The second is the appraisal of historical materials and making comparisons between different materials to distinguish their authenticity and credibility. I think these are some skills that should be learned. Of the materials put in front of you, some are real and some are fake. How do you distinguish them? How credible is this piece of material? This skill – the ability to discriminate – decides the quality of the academic product.
And the third [is avoiding] one of the most common mistakes made by scholars of party history: relying too much on memoirs.
The entire archives of this historical period are not open at the moment. In a situation without first-hand materials, what researchers often rely on are memoirs. In a situation where there’s an absence of reliable materials, one can easily make subjective inferences.
So I think these are two of the chief troublesome aspects.
Was Mao going to invade Hong Kong?
Joseph Torigian: In your book the thing that surprised me most was that in June 1967 Mao had been considering military action to resolve the Hong Kong issue. One of your key footnotes there is “Notes of Interview with Li Weiying.”
Can you talk about this person? Why can his statement be relied upon? What did Mao actually want to do?
Yu Ruxin: In 1967, Li Weiying was the head of the Guangzhou Military Region Command Office. The Guangzhou Military Region Command Office head is the equivalent of a division-level cadre. After the establishment of the Guangdong Provincial Military Control Commission, he was office director of the Provincial Military Control Commission. So that was his position back then.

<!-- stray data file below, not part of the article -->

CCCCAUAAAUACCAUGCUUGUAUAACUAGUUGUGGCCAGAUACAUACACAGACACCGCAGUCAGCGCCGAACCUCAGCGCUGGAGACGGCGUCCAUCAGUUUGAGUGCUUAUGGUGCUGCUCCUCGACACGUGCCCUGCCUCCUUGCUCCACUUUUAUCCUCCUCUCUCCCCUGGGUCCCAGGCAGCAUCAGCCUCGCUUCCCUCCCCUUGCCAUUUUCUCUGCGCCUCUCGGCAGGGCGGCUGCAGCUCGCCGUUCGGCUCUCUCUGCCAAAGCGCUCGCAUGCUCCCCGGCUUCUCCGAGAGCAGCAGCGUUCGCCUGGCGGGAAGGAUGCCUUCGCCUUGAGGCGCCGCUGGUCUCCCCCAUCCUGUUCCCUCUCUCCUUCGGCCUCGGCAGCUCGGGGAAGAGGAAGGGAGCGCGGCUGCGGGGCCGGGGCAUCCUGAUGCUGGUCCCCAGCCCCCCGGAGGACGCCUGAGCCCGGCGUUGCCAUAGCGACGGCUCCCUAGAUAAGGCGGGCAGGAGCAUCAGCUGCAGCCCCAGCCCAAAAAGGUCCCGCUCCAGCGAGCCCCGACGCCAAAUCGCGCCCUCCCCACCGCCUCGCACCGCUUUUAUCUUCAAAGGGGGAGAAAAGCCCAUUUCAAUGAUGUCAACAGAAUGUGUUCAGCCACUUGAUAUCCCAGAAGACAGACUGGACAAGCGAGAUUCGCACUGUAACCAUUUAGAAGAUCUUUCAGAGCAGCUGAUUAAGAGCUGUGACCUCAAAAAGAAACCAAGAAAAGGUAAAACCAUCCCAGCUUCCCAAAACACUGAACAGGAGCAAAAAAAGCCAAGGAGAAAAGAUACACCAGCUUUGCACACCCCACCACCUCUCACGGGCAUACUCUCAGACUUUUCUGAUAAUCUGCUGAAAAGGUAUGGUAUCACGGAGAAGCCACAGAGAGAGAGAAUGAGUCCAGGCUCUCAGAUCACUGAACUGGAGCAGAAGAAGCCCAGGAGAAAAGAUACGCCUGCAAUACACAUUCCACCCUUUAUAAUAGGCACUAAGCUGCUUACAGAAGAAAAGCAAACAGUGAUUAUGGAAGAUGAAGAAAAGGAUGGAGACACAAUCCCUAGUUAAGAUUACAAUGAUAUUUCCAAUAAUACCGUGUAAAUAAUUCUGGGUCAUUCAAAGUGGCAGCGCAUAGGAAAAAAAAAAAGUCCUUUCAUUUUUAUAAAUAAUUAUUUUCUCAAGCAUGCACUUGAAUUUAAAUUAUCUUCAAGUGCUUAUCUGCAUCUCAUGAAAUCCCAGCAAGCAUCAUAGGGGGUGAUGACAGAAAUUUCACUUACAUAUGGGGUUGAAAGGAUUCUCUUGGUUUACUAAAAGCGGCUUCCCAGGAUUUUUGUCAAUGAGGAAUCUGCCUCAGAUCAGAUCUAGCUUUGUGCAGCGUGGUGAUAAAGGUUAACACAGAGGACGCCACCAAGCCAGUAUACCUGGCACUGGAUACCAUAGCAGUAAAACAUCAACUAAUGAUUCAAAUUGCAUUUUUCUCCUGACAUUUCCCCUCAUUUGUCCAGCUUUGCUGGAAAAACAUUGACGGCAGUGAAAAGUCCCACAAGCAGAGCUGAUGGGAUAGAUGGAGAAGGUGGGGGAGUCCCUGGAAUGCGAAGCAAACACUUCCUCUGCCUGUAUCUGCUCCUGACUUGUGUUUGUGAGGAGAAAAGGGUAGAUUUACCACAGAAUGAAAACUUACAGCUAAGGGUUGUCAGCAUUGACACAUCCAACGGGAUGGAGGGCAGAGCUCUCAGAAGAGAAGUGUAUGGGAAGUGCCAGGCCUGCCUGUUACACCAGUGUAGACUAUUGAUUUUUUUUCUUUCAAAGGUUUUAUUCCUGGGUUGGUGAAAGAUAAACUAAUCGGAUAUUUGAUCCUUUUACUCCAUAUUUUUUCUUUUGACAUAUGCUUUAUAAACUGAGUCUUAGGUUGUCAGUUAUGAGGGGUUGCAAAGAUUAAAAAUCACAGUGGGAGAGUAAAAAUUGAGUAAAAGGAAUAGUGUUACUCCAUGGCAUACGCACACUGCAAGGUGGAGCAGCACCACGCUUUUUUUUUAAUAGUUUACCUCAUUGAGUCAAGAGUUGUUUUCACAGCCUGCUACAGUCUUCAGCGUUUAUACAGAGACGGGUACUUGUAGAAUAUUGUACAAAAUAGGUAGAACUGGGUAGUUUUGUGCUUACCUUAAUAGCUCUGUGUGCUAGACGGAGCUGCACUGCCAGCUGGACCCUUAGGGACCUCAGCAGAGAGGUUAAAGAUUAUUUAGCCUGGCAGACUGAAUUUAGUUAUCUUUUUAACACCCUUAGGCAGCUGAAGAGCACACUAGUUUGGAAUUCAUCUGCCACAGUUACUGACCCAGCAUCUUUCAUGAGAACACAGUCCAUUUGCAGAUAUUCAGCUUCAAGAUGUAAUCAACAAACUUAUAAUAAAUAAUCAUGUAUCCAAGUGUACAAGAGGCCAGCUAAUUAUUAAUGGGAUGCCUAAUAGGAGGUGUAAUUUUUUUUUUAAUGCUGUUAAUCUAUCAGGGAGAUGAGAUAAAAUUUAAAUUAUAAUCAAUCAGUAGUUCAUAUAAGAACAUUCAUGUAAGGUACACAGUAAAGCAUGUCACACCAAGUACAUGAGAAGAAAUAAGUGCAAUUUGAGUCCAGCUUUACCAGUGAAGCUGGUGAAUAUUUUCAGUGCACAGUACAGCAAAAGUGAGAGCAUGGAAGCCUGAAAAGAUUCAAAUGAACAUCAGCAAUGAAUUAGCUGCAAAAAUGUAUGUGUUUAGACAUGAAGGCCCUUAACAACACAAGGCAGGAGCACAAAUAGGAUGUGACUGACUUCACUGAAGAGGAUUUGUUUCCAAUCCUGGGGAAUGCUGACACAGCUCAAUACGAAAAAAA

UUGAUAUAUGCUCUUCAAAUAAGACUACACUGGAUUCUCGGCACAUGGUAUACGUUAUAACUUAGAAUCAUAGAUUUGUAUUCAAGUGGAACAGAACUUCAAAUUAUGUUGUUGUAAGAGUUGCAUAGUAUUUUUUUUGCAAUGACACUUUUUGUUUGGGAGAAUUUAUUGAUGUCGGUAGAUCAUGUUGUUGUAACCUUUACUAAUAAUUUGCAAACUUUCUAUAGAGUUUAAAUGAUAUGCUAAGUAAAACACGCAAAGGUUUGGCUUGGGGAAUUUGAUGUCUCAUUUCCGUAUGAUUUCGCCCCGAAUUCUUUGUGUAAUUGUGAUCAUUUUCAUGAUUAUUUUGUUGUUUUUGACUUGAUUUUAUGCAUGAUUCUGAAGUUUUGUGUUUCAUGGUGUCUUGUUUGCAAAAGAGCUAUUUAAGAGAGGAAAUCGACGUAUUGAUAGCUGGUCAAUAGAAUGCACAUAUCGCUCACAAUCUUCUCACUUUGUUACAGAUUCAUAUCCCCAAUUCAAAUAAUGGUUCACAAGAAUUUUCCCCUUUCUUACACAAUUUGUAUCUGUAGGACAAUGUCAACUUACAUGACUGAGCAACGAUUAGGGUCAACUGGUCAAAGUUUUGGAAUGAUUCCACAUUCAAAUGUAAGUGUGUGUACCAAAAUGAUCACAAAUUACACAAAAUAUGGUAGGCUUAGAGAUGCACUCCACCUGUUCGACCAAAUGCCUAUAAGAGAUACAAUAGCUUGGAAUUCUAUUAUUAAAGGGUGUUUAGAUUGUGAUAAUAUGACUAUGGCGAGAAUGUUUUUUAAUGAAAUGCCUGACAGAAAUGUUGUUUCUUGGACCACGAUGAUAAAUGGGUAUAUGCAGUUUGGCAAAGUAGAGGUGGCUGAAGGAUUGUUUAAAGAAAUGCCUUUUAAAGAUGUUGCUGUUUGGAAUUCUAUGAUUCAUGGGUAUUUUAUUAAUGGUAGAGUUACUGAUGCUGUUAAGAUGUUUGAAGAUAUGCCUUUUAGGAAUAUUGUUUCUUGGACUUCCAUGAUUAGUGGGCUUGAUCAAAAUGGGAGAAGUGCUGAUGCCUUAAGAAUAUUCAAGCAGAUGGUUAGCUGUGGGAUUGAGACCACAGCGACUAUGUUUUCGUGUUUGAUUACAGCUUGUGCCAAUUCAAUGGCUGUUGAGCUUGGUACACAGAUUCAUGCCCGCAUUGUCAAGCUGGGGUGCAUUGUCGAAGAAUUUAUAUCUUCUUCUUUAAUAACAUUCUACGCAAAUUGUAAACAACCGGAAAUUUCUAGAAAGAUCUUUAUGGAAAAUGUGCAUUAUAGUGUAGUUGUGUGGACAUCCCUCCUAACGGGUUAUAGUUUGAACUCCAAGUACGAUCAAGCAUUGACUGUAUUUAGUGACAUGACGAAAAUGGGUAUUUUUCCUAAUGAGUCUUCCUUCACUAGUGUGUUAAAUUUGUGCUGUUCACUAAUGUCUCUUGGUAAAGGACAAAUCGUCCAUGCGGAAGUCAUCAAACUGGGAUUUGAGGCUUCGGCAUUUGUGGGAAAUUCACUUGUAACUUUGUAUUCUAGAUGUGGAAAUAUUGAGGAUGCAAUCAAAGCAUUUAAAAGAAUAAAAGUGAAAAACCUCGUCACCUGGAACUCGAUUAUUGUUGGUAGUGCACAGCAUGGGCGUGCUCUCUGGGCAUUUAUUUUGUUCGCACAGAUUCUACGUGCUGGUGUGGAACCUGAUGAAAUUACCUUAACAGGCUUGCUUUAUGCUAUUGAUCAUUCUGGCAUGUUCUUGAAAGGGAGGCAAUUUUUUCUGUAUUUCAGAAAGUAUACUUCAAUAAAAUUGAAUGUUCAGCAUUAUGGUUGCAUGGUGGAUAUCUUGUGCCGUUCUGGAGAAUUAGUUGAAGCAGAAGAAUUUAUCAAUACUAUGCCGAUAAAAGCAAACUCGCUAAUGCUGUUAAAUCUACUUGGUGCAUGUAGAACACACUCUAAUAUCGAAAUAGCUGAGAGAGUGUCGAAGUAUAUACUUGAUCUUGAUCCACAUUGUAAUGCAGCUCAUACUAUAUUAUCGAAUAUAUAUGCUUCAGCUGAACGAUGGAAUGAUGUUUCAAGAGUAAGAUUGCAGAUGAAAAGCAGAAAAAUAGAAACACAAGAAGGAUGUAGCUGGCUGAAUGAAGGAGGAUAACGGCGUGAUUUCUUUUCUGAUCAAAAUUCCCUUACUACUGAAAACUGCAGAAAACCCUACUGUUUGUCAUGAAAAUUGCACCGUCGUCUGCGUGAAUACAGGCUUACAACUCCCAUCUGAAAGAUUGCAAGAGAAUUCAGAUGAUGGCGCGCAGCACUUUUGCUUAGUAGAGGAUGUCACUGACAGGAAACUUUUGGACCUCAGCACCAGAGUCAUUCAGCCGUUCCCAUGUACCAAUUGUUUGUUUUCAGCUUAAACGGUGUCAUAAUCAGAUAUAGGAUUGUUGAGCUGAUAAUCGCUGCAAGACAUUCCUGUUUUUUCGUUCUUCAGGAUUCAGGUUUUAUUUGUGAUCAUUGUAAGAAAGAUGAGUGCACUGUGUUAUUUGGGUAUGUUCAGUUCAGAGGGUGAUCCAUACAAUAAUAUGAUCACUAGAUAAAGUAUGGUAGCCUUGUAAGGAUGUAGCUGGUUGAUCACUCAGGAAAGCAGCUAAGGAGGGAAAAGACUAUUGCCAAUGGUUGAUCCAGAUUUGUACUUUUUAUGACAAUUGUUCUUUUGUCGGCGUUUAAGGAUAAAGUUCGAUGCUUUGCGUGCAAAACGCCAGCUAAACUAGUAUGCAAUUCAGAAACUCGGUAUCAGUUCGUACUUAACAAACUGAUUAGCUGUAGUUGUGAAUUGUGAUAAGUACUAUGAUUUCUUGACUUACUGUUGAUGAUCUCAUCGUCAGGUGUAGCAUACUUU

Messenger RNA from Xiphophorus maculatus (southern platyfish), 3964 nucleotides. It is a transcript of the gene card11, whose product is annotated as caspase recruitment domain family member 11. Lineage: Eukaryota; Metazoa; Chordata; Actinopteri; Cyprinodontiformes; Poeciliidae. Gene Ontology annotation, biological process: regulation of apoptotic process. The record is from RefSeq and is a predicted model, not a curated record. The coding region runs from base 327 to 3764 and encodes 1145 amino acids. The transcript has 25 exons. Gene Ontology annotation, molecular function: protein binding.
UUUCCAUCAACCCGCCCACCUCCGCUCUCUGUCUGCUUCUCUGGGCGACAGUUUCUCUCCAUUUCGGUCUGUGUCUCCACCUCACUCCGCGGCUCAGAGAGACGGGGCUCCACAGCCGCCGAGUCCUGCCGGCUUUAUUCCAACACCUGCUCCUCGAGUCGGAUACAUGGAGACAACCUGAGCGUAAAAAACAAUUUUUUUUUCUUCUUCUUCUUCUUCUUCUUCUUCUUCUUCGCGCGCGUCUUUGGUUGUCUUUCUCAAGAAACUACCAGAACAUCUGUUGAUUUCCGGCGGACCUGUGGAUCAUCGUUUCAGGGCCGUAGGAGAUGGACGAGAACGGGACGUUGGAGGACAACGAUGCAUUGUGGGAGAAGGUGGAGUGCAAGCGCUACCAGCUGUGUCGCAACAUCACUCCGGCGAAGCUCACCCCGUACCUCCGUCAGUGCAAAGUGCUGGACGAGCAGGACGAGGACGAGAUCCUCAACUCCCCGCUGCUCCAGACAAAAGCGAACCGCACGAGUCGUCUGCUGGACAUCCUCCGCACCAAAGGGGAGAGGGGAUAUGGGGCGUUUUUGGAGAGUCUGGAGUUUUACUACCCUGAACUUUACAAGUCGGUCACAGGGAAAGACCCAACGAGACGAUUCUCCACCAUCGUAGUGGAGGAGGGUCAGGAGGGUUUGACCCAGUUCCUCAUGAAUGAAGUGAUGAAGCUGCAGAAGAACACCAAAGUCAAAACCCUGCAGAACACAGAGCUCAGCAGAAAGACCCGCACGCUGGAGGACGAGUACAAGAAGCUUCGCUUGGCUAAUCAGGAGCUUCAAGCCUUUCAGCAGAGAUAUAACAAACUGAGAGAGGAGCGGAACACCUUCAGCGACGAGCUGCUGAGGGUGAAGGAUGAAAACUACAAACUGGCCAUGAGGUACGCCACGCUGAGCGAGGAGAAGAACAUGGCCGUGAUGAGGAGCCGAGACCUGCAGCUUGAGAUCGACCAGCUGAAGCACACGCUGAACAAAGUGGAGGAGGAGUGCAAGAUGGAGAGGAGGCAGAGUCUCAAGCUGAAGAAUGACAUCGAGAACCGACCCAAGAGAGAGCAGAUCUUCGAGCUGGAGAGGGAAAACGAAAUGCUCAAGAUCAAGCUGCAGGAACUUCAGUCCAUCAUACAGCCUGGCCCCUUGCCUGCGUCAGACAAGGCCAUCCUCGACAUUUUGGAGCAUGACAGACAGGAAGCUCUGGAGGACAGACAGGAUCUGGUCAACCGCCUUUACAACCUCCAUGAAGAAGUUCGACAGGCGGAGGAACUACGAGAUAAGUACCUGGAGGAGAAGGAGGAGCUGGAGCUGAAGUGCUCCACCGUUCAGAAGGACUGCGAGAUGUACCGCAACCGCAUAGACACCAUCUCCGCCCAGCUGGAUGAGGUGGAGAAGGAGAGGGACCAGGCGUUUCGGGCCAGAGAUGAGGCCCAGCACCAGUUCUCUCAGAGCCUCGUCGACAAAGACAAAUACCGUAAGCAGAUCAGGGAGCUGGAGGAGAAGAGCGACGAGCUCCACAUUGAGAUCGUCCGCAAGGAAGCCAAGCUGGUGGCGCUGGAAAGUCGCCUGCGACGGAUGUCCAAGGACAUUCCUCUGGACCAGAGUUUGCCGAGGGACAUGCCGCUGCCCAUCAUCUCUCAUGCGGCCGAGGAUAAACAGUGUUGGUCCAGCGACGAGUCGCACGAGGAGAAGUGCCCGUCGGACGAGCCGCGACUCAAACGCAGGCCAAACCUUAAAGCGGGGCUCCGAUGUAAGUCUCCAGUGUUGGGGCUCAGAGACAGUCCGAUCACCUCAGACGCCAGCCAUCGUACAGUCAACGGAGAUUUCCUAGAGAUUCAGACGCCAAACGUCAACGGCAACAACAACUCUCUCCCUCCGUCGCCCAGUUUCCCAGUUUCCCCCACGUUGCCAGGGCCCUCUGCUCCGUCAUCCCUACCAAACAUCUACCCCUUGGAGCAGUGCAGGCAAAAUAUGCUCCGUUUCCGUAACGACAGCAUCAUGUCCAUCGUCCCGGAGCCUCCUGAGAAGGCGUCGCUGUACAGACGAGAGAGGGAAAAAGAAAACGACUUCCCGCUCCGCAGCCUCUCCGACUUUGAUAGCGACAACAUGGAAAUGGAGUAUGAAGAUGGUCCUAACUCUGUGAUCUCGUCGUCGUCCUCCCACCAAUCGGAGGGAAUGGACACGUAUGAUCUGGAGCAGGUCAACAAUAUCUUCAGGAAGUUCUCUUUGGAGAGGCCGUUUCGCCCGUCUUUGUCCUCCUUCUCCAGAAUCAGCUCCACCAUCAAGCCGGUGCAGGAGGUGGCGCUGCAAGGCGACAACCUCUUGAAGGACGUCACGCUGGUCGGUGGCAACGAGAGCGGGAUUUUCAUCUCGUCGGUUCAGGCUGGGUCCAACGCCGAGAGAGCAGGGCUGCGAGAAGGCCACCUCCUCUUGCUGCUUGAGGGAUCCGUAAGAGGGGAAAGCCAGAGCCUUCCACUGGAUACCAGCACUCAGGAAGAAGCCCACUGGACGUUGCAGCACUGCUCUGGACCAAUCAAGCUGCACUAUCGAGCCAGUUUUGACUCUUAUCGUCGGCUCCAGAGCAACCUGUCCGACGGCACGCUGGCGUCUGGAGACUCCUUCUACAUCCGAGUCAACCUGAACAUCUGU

When I interviewed him he was already retired. His position before he retired was deputy director of the Political Department of the Guangzhou Military Region (the deputy director of the political department of a military region is an army-level position).
He provided me with two materials: one is a conversation between Zhou Enlai and Wen Baocheng. I quoted this on page 465 of the book. The other is a speech by Zhou Enlai and Huang Yongsheng, which is on page 470 of the book.
Additionally, I quoted a conversation between Mao Zedong and a member of the Politburo of the Communist Party of Ceylon (Sri Lanka), Sang Mugata Sang, who often came to China, on pages 463 and 464, within which Mao gave his take on the international situation that year.
That was the year of the Six Day War in the Middle East. The United Arab Republic, that is Egypt and Syria, attacked Israel. While the war was going on, Mao told Sang Mukta Sang that the US’s attention was only on the Middle East and it didn’t care what was happening in other places.
Because this war in the Middle East could drag on for a long time, all the US and the UK’s attention was on the Middle East region, and so they [the Chinese government] could go in for Hong Kong because it’s in the Far East.